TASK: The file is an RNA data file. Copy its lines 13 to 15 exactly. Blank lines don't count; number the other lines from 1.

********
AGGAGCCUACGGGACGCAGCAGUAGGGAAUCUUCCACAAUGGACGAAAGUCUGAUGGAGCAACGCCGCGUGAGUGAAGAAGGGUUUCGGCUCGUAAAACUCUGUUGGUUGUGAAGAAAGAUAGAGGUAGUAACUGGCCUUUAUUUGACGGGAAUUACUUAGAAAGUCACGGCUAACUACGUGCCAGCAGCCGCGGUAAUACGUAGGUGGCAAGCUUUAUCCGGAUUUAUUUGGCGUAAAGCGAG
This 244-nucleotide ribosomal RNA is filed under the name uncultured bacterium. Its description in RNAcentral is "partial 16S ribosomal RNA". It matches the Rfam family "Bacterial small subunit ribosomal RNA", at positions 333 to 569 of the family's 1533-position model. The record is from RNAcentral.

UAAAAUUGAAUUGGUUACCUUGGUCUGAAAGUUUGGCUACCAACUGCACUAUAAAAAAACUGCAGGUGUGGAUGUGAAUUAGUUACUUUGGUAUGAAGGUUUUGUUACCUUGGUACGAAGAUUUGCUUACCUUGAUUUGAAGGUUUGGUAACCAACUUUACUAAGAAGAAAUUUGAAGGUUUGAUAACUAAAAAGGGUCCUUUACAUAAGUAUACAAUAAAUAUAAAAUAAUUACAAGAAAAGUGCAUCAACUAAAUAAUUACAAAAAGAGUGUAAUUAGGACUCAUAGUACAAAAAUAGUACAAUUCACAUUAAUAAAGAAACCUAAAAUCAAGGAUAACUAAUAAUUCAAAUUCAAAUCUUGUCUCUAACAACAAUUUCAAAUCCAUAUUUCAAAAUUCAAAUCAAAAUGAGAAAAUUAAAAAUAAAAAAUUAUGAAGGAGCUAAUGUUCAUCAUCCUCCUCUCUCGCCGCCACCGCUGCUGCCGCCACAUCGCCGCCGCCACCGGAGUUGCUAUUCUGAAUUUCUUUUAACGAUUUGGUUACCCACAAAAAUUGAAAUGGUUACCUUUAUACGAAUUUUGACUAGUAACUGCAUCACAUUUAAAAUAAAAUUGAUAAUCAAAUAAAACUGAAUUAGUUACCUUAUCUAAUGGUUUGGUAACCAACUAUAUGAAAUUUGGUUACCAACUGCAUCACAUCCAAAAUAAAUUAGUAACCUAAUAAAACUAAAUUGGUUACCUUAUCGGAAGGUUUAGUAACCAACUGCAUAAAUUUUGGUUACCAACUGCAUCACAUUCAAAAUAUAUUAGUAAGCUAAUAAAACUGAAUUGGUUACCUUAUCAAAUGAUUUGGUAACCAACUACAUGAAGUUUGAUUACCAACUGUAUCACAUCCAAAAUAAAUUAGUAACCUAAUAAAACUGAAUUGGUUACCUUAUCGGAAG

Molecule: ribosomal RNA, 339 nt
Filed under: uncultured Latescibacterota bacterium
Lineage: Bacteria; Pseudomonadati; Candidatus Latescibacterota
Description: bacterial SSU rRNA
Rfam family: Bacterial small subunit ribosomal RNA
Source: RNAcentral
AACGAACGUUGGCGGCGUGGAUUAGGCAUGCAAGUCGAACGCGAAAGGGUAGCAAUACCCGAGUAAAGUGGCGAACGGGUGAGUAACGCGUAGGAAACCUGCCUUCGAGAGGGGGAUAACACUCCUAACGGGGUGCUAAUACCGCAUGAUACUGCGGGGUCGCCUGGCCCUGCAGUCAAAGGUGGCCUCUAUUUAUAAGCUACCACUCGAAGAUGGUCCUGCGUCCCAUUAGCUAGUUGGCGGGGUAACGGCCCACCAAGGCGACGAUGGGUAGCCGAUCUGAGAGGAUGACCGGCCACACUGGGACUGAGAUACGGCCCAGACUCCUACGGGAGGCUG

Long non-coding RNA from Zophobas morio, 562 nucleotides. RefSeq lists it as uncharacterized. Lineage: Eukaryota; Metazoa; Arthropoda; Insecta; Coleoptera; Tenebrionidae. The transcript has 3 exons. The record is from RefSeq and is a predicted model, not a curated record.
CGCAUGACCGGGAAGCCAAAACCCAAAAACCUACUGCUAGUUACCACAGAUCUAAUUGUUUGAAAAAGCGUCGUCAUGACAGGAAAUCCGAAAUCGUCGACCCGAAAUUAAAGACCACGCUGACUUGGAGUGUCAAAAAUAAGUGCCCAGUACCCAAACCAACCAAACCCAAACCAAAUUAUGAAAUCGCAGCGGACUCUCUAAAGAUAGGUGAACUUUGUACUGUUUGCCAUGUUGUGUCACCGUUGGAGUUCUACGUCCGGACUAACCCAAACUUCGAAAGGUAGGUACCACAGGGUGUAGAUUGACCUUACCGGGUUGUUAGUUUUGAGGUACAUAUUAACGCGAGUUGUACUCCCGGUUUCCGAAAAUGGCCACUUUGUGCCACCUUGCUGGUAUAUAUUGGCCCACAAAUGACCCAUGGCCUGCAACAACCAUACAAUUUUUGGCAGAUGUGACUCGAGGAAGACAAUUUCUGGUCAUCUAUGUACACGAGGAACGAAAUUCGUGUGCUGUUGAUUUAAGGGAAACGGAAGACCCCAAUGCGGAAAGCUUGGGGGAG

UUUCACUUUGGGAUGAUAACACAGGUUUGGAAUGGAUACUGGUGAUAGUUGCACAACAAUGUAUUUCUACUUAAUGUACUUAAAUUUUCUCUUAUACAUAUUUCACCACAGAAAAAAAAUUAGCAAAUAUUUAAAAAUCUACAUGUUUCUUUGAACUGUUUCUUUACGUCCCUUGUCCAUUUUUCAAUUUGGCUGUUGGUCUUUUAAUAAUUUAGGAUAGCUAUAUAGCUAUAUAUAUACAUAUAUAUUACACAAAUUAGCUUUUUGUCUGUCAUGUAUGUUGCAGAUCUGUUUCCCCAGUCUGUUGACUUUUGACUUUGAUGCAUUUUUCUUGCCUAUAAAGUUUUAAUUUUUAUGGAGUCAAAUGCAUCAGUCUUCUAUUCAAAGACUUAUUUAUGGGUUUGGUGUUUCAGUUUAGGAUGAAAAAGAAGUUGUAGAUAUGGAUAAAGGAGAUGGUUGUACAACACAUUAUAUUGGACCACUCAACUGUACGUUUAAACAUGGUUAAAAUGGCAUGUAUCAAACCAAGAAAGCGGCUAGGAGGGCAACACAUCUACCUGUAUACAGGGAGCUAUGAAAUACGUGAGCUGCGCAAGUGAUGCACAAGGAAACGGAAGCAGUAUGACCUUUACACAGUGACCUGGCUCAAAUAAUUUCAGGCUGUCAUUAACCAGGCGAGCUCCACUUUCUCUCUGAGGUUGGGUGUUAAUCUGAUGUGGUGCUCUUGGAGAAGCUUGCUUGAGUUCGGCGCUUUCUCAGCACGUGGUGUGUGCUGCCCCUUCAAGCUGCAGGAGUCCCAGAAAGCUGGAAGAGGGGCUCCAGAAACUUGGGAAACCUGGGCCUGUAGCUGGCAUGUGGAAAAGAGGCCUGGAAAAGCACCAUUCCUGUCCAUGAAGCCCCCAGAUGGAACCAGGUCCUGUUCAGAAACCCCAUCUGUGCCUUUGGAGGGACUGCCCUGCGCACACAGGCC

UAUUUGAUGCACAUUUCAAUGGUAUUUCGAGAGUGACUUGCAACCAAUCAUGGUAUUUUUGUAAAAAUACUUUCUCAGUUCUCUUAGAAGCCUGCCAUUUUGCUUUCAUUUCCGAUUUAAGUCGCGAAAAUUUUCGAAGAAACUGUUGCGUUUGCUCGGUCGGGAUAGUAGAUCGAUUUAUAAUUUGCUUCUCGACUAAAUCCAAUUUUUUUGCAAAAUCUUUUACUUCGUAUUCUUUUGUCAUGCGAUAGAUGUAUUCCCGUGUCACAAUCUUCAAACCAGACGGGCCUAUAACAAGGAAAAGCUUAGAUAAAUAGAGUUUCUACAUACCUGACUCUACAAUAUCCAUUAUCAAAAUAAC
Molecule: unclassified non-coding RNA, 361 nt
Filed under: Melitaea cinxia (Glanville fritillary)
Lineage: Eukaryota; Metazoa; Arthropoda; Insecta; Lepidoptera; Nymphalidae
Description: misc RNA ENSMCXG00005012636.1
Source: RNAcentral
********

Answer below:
UUUCACUUUGGGAUGAUAACACAGGUUUGGAAUGGAUACUGGUGAUAGUUGCACAACAAUGUAUUUCUACUUAAUGUACUUAAAUUUUCUCUUAUACAUAUUUCACCACAGAAAAAAAAUUAGCAAAUAUUUAAAAAUCUACAUGUUUCUUUGAACUGUUUCUUUACGUCCCUUGUCCAUUUUUCAAUUUGGCUGUUGGUCUUUUAAUAAUUUAGGAUAGCUAUAUAGCUAUAUAUAUACAUAUAUAUUACACAAAUUAGCUUUUUGUCUGUCAUGUAUGUUGCAGAUCUGUUUCCCCAGUCUGUUGACUUUUGACUUUGAUGCAUUUUUCUUGCCUAUAAAGUUUUAAUUUUUAUGGAGUCAAAUGCAUCAGUCUUCUAUUCAAAGACUUAUUUAUGGGUUUGGUGUUUCAGUUUAGGAUGAAAAAGAAGUUGUAGAUAUGGAUAAAGGAGAUGGUUGUACAACACAUUAUAUUGGACCACUCAACUGUACGUUUAAACAUGGUUAAAAUGGCAUGUAUCAAACCAAGAAAGCGGCUAGGAGGGCAACACAUCUACCUGUAUACAGGGAGCUAUGAAAUACGUGAGCUGCGCAAGUGAUGCACAAGGAAACGGAAGCAGUAUGACCUUUACACAGUGACCUGGCUCAAAUAAUUUCAGGCUGUCAUUAACCAGGCGAGCUCCACUUUCUCUCUGAGGUUGGGUGUUAAUCUGAUGUGGUGCUCUUGGAGAAGCUUGCUUGAGUUCGGCGCUUUCUCAGCACGUGGUGUGUGCUGCCCCUUCAAGCUGCAGGAGUCCCAGAAAGCUGGAAGAGGGGCUCCAGAAACUUGGGAAACCUGGGCCUGUAGCUGGCAUGUGGAAAAGAGGCCUGGAAAAGCACCAUUCCUGUCCAUGAAGCCCCCAGAUGGAACCAGGUCCUGUUCAGAAACCCCAUCUGUGCCUUUGGAGGGACUGCCCUGCGCACACAGGCC

UAUUUGAUGCACAUUUCAAUGGUAUUUCGAGAGUGACUUGCAACCAAUCAUGGUAUUUUUGUAAAAAUACUUUCUCAGUUCUCUUAGAAGCCUGCCAUUUUGCUUUCAUUUCCGAUUUAAGUCGCGAAAAUUUUCGAAGAAACUGUUGCGUUUGCUCGGUCGGGAUAGUAGAUCGAUUUAUAAUUUGCUUCUCGACUAAAUCCAAUUUUUUUGCAAAAUCUUUUACUUCGUAUUCUUUUGUCAUGCGAUAGAUGUAUUCCCGUGUCACAAUCUUCAAACCAGACGGGCCUAUAACAAGGAAAAGCUUAGAUAAAUAGAGUUUCUACAUACCUGACUCUACAAUAUCCAUUAUCAAAAUAAC
Molecule: unclassified non-coding RNA, 361 nt